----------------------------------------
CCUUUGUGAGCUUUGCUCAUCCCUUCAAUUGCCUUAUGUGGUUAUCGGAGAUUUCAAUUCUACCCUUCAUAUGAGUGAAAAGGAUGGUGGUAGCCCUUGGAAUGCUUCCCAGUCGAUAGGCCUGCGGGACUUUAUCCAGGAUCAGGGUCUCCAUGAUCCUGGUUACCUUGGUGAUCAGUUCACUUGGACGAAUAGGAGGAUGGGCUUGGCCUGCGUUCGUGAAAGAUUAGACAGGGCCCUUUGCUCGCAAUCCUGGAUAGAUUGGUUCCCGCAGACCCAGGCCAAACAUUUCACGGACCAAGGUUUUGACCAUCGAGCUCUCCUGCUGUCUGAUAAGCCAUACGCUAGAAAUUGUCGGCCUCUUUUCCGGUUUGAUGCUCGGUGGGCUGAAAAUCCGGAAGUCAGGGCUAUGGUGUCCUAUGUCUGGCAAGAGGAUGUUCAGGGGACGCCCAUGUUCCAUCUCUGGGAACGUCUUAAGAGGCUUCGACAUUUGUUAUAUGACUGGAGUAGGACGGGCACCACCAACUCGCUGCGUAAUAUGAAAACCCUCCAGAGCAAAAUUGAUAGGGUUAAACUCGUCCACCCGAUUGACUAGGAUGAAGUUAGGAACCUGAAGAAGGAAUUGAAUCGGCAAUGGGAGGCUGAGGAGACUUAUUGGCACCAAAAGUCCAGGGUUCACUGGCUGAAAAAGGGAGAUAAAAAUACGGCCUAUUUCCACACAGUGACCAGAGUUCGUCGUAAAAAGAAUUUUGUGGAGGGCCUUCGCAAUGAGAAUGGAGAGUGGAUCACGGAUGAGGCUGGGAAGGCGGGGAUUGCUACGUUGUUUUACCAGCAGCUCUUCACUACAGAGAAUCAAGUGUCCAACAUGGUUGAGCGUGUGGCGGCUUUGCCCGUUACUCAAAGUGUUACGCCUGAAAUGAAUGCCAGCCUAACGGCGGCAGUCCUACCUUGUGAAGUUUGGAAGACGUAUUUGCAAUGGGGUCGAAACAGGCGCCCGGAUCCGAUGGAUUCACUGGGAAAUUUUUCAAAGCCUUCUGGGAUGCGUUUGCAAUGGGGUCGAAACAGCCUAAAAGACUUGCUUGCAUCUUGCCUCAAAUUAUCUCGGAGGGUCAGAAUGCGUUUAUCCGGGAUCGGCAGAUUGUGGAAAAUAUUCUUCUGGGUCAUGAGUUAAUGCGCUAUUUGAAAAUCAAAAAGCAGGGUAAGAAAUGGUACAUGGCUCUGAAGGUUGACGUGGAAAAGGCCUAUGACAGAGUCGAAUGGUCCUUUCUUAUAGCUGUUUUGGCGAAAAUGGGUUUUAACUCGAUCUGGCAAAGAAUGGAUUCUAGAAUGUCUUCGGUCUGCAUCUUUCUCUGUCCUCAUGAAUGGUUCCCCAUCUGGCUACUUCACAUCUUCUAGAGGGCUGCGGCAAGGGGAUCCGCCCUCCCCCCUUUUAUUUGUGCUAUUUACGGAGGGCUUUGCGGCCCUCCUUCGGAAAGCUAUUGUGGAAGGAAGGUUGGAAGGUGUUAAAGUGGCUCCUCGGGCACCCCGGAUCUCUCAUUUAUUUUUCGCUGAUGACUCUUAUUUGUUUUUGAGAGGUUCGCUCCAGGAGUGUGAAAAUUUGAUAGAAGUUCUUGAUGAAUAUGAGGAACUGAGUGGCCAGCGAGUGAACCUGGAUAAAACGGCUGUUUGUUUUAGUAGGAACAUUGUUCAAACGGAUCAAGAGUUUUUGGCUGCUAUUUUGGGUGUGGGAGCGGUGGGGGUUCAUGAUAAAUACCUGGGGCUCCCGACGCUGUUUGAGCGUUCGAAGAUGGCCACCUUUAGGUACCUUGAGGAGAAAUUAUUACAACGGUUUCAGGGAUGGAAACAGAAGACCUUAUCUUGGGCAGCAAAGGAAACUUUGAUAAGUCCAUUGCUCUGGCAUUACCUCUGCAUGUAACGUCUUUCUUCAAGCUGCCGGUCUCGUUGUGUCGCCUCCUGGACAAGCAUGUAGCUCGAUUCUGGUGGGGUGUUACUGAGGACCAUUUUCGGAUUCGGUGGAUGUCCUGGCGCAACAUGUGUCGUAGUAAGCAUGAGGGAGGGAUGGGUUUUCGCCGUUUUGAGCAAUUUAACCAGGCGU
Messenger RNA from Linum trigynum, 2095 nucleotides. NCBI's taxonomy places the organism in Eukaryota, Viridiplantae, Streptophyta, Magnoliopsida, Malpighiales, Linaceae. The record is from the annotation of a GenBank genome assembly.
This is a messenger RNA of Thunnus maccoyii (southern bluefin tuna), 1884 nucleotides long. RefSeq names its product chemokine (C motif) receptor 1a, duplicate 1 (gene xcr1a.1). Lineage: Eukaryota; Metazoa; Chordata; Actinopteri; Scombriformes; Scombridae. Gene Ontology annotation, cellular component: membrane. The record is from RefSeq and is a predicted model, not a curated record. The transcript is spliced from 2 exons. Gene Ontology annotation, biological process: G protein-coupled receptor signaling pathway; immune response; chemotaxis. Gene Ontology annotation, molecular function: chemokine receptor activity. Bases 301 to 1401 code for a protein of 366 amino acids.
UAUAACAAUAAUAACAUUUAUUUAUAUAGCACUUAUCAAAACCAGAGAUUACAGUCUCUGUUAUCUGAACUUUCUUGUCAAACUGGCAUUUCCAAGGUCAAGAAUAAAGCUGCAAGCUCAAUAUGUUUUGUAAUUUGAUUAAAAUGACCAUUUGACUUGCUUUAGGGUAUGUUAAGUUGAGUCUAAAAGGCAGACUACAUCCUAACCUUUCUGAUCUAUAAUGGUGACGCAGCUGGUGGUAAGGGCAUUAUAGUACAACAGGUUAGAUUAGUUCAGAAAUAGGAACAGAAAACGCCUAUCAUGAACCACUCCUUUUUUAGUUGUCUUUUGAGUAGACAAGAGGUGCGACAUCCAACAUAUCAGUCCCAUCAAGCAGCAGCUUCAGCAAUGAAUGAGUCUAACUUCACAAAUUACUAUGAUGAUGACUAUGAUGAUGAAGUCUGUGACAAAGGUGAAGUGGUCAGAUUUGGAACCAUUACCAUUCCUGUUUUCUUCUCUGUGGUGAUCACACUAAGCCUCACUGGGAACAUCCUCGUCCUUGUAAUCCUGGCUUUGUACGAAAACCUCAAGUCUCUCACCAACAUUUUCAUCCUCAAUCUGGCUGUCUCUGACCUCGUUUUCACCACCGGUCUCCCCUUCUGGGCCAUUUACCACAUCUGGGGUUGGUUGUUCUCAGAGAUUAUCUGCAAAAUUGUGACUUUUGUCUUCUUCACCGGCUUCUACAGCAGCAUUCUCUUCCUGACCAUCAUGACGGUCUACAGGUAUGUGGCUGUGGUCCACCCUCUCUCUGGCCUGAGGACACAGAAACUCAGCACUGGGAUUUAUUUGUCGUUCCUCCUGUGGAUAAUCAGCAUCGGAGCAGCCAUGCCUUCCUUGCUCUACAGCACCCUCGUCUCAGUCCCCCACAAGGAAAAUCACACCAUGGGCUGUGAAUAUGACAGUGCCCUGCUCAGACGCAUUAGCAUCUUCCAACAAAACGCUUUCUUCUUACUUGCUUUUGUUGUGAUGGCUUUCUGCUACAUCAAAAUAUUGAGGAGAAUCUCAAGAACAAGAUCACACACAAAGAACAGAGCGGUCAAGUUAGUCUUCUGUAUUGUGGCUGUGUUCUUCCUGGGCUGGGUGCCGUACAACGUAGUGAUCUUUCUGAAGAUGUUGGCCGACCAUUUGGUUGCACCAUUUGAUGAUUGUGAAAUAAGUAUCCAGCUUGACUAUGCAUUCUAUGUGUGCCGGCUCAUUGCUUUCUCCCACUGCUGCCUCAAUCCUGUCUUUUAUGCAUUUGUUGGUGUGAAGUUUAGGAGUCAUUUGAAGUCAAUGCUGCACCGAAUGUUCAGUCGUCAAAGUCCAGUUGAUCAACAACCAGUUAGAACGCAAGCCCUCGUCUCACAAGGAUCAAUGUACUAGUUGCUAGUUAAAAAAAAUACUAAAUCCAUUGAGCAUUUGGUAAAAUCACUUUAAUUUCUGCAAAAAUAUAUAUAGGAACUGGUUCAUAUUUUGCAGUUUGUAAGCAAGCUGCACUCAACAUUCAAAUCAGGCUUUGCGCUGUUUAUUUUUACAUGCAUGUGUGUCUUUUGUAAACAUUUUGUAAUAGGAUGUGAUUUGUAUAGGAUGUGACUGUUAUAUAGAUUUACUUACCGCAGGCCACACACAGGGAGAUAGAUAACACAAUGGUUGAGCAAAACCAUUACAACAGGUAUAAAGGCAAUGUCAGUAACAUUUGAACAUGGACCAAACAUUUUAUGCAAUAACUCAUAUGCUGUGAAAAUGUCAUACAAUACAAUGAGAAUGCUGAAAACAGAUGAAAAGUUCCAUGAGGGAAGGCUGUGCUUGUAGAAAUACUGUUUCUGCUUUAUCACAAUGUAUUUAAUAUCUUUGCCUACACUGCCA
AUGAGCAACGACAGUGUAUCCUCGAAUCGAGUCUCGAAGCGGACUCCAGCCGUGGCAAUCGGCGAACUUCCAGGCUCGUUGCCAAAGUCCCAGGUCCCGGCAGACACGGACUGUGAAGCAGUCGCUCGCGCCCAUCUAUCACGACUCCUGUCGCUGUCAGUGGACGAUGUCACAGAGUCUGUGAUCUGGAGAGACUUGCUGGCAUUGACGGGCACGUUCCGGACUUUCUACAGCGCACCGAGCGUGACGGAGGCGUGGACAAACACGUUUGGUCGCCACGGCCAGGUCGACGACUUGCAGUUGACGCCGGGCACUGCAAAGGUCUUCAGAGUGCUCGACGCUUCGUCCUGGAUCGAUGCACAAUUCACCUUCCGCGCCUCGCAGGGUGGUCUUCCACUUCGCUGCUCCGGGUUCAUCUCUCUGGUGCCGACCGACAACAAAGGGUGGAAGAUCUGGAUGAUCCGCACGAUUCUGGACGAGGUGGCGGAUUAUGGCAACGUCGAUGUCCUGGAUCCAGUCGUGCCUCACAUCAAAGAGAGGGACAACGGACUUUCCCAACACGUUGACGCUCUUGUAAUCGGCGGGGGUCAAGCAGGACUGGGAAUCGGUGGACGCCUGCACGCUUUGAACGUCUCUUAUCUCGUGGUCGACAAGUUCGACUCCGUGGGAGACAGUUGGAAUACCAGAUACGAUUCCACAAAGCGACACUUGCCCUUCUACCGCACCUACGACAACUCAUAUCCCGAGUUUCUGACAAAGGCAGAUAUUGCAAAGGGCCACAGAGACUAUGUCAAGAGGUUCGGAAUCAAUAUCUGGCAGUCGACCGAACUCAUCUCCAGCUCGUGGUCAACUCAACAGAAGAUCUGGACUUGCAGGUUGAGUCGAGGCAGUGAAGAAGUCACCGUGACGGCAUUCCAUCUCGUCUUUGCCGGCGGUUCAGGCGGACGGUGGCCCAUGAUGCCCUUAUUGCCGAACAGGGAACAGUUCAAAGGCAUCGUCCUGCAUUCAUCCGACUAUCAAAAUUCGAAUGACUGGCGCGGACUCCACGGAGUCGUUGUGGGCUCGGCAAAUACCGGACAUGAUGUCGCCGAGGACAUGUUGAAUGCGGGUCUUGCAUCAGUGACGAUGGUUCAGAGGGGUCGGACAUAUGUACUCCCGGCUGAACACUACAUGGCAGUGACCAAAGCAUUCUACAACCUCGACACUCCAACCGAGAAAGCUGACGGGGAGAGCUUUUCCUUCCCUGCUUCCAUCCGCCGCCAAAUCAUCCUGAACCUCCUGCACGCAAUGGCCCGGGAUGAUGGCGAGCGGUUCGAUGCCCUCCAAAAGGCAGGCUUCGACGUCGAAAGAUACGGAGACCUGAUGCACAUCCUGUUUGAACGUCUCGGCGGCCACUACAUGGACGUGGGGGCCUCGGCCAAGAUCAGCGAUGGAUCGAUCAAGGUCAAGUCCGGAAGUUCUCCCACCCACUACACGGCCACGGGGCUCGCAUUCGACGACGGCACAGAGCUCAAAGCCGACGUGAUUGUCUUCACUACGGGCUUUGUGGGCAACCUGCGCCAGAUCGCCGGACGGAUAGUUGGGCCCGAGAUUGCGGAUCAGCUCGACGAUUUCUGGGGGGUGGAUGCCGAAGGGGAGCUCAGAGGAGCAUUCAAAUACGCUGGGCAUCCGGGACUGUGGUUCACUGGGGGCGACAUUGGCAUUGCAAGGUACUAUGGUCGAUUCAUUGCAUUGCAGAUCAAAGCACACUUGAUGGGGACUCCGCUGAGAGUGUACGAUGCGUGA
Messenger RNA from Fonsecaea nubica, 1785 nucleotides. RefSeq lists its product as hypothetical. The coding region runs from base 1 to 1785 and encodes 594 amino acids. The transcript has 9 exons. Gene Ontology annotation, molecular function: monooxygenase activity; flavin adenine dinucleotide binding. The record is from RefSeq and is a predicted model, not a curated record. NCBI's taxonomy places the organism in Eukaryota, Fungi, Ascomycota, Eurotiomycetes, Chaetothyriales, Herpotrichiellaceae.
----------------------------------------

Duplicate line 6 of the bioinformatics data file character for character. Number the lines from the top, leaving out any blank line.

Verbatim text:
Messenger RNA from Fonsecaea nubica, 1785 nucleotides. RefSeq lists its product as hypothetical. The coding region runs from base 1 to 1785 and encodes 594 amino acids. The transcript has 9 exons. Gene Ontology annotation, molecular function: monooxygenase activity; flavin adenine dinucleotide binding. The record is from RefSeq and is a predicted model, not a curated record. NCBI's taxonomy places the organism in Eukaryota, Fungi, Ascomycota, Eurotiomycetes, Chaetothyriales, Herpotrichiellaceae.